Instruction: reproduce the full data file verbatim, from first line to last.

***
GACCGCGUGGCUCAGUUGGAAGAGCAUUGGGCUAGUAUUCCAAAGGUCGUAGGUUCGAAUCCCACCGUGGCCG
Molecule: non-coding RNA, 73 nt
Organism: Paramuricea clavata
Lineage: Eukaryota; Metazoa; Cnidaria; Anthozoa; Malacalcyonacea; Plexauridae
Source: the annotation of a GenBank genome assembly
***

GACCGCGUGGCUCAGUUGGAAGAGCAUUGGGCUAGUAUUCCAAAGGUCGUAGGUUCGAAUCCCACCGUGGCCG
Molecule: non-coding RNA, 73 nt
Organism: Paramuricea clavata
Lineage: Eukaryota; Metazoa; Cnidaria; Anthozoa; Malacalcyonacea; Plexauridae
Source: the annotation of a GenBank genome assembly